The key to private and efficient data storage

Cloud storage services, like Dropbox and Gmail, may soon be able to better manage your content, giving you more storage capacity while still being unable to ‘read’ your data.

Research sponsored by a multinational IT service provider in 2010 suggested that up to 75% of all produced data is duplicated.

People and businesses are more often than ever storing large amounts of private data in ‘the cloud’ with storage service providers. To protect their clients’ private information, this stored data is encrypted so that no one, including the service providers, can read it. But this makes it impossible for cloud storage providers to efficiently manage that data and provide their clients with better storage capacity. Research sponsored by a multinational IT service provider in 2010 suggested that up to 75% of all produced data is duplicated. Owners of an open source ‘deduplication’ solution suggest that reducing duplicate data could clear up to 95% of storage space.

For cloud storage providers to remove, or ‘deduplicate’, data, they need to be able to recognize it without infringing on their clients’ privacy. Now, researchers at the Agency for Science, Technology and Research (A*STAR) Data Storage Institute in Singapore have developed a system that allows cloud storage providers to do just that.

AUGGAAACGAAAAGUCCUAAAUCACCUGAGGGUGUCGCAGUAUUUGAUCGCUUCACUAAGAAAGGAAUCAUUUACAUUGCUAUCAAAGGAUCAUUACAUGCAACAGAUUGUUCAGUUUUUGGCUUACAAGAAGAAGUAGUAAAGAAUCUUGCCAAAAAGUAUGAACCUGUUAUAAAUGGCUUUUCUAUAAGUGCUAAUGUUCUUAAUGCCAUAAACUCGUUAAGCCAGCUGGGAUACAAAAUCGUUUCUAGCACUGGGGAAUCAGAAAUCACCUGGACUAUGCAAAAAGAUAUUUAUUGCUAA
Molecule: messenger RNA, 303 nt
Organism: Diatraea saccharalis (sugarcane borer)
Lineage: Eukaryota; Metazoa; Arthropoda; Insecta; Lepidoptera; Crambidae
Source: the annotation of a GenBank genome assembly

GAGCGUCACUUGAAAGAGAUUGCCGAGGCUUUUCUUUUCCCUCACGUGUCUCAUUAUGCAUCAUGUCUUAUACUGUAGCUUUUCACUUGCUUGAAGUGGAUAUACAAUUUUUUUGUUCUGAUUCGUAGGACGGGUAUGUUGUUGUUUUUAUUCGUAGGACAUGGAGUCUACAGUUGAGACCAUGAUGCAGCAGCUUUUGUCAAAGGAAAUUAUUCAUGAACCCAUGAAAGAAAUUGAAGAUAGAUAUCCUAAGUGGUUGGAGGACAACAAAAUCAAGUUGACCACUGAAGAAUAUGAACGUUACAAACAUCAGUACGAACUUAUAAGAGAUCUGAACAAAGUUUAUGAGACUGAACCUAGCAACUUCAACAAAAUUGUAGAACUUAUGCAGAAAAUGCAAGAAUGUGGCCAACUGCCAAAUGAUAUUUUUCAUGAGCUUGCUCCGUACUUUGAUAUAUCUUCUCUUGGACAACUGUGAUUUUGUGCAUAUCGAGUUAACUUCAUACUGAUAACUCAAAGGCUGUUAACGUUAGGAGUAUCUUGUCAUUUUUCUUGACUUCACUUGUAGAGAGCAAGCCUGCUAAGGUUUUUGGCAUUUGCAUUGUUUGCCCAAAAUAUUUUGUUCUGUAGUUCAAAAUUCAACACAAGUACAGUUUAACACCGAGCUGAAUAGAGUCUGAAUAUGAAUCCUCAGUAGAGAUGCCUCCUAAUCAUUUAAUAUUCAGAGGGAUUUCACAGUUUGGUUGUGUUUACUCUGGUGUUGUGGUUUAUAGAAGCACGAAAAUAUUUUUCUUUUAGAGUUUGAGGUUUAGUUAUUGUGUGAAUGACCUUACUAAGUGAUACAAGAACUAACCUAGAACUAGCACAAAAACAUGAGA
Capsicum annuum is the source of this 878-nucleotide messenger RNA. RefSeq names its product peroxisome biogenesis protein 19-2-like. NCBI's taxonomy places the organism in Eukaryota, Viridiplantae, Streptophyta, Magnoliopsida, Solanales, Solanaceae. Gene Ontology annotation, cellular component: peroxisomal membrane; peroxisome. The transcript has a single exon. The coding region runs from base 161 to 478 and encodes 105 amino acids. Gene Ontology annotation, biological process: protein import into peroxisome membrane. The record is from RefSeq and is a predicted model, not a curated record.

The system, called HEDup, involves the use of a separate ‘key server’, which assigns a secure key to the data that will be encrypted and then uploaded for storage on the cloud’s server. The service provider, such as Dropbox or Gmail, can then employ ‘homomorphic encryption’, which involves carrying out computations on the encrypted text, to detect information from the data’s secure key. This allows the provider to determine, without actually reading the original data, whether it is a duplicate. Duplicate data will have the same key, which can only be accessed for encryption and decryption purposes by data owners.

The team tested its system and found that it increased the uploading time of a 16-megabyte file, which normally takes an average of 5.22 seconds, by 1.4 seconds. It also increased the downloading time by only 0.4 seconds.

The team next plans to improve the security of the key server and to develop a method for clients to upload and download data from multiple devices without the need for manually providing their private key for its encryption and decryption.

Further information
Dr Khin Mi Mi Aung | E-mail: [email protected]
Data Storage Institute
Agency for Science, Technology and Research

Published: 28 Apr 2017

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